Either way, the pope and Reagan eventually got much of what they wanted: the toppling of one Soviet client state after another.

Now, 10 months after Reagan’s death (Maggie is still with us), the pope, too, is gone. All three of these legacy-makers took their offices within 28 months of one another–and all three would richly enjoy a story that broke Sunday afternoon in, ironically, Moscow:

Askar Akayev, the strongman president who was driven out of Kyrgyzstan by a democracy-minded mob less than two weeks ago, announced that he would formally resign on Monday. That opens the way for elections he won’t be able to rig. Another irony there: It was Akayev’s alleged manipulation of parliamentary election results to give him a docile legislature that led to weeks of protests and, in late March, his ouster.

Pope John Paul, with his wry sense of humor, surely would relish the fall of one more domino so soon after his death. His native Poland emerged from Nazi domination only to suffer decades of Soviet puppetry. With Reagan and Thatcher–a clandestine trio or just three like-minded leaders–the pope leveraged the Polish people’s frustration into the fall of Gen. Wojciech Jaruzelski, the Soviets’ pet strongman.

Kyrgyzstan’s demand for democracy isn’t the novelty Poland’s was. Kyrgyzstan is a poor country of 5 million mostly Muslim citizens who, long after the fall of the Soviet empire, have yet to truly emerge from their subjugation to Moscow.

But the collapse of one more ossified regime, one more relic of Soviet oppression, is one more rebuke to Soviet leader Josef Stalin’s dismissal of one of Pope John Paul’s predecessors: “How many divisions does the pope have?”

There are no papal divisions in Georgia, Ukraine or any of the former Soviet lands that have found–or still must find–their way to freedom. But thanks to Pope John Paul and others, more of these dominos surely will fall. ~The Chicago Tribune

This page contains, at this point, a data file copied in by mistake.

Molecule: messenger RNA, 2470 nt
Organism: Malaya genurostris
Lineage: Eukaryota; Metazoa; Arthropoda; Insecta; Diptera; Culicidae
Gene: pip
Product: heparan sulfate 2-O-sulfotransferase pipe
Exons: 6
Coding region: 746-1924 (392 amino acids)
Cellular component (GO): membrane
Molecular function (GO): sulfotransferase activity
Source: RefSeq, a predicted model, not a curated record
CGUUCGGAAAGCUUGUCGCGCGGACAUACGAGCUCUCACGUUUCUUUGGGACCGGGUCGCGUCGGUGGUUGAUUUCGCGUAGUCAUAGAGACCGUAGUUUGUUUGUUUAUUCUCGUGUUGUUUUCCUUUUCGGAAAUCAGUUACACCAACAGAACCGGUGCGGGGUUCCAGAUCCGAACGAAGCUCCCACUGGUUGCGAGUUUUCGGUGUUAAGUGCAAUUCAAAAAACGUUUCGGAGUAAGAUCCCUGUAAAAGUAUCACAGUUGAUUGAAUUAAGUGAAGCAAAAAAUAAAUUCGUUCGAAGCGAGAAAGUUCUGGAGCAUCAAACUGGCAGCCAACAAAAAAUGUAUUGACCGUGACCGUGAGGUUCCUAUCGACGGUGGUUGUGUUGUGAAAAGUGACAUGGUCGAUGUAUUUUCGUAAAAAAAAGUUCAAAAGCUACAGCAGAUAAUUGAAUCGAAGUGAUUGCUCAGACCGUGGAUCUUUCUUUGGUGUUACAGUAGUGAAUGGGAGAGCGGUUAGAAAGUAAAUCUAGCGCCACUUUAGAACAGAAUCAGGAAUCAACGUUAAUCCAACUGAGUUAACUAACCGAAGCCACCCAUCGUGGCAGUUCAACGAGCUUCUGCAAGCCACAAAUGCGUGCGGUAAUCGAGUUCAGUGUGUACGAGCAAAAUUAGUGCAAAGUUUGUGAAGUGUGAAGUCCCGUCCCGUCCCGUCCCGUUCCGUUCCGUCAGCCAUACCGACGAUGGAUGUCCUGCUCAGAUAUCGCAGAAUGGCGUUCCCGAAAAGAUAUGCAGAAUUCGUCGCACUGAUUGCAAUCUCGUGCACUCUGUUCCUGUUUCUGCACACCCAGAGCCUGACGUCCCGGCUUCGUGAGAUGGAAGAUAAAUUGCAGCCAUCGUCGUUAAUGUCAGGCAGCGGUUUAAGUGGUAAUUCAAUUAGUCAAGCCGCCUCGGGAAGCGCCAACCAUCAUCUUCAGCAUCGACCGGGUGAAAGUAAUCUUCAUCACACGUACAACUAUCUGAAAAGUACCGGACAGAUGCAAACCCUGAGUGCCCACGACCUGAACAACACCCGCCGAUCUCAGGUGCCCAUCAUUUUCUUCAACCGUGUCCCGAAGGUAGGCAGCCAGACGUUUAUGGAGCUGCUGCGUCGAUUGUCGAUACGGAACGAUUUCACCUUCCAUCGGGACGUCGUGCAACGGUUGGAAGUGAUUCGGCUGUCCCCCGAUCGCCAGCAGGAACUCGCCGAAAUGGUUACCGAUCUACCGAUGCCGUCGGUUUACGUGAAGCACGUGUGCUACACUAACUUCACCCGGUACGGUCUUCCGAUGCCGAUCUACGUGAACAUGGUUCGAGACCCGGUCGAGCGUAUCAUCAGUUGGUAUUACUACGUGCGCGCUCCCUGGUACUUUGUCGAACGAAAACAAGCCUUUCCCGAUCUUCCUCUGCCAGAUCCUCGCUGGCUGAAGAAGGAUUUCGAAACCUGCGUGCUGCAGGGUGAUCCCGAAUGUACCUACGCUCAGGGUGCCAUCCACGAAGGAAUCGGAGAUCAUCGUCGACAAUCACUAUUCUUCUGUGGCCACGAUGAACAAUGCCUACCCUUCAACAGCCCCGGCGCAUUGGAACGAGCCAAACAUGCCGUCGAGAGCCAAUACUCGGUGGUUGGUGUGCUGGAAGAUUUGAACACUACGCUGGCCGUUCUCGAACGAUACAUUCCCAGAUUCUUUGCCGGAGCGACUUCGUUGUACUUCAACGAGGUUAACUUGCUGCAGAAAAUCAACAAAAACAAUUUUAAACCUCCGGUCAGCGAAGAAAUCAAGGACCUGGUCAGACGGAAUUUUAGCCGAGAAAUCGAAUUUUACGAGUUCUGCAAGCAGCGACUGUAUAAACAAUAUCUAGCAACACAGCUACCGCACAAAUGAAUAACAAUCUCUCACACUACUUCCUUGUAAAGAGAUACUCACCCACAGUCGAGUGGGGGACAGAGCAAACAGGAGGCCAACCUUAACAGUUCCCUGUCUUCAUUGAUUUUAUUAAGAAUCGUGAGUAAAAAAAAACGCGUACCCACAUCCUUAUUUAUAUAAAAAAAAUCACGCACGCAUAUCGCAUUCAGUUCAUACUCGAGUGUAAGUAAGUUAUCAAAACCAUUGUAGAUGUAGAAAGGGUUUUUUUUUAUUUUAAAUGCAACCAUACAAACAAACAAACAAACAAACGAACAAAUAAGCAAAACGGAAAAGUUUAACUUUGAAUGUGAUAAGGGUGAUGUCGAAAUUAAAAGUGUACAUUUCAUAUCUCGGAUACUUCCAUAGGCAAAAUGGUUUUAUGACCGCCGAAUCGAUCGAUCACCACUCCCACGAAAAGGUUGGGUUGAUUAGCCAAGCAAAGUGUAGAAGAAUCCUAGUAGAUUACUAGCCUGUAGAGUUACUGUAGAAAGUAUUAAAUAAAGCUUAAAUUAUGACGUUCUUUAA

It is just this sort of obnoxious editorial that caused me to cancel my unfortunate subscription to this newspaper. Pope John Paul II was a great man with a profound moral and spiritual vision that did indeed help Catholics in the Soviet bloc combat the corrosive effects and enervating control of communism. Whether or not his influence was as great in other parts of the Soviet bloc as it was in Poland and Hungary is the sort of uncomfortable question that is left unasked, as it might compromise the increasingly conventional image of Pope and President as breakers of the Soviet Union, as if the internal dissension in the largely historically Orthodox lands of the Soviet bloc was just a consequence of kindly, non-Orthodox interventionists from the West.

In spite of some of the Pope’s regrettable choices regarding the Uniates in eastern Europe and ecumenism in general during his pontificate, which inevitably did so much to undermine whatever confidence he hoped to gain in the Orthodox world, he was undoubtedly a man of remarkable integrity and faith. This abuse of his largely admirable legacy to shill for the most fraudulent and ridiculous of the recent “revolutions” in post-Soviet space is pathetic, as if tying the completely meaningless changing of the apparatchiks in Bishkek to Pope John Paul’s other achievements would somehow make this farce more respectable.

For those who actually found Mr. Akayev’s rule so terrible, his replacement by Mr. Bakiyev will be as meaningful for the domestic reform of Kyrgyzstan as the succession of Andropov after Brezhnev was for the internal politics of the USSR. If the editors of the Tribune really had any respect for the late Pope, beyond the ways in which they could use him as a symbol for their deluded ideology, they would not have sullied his name by attaching it to the disorderly and pointless charade that has been the “Tulip Revolution.”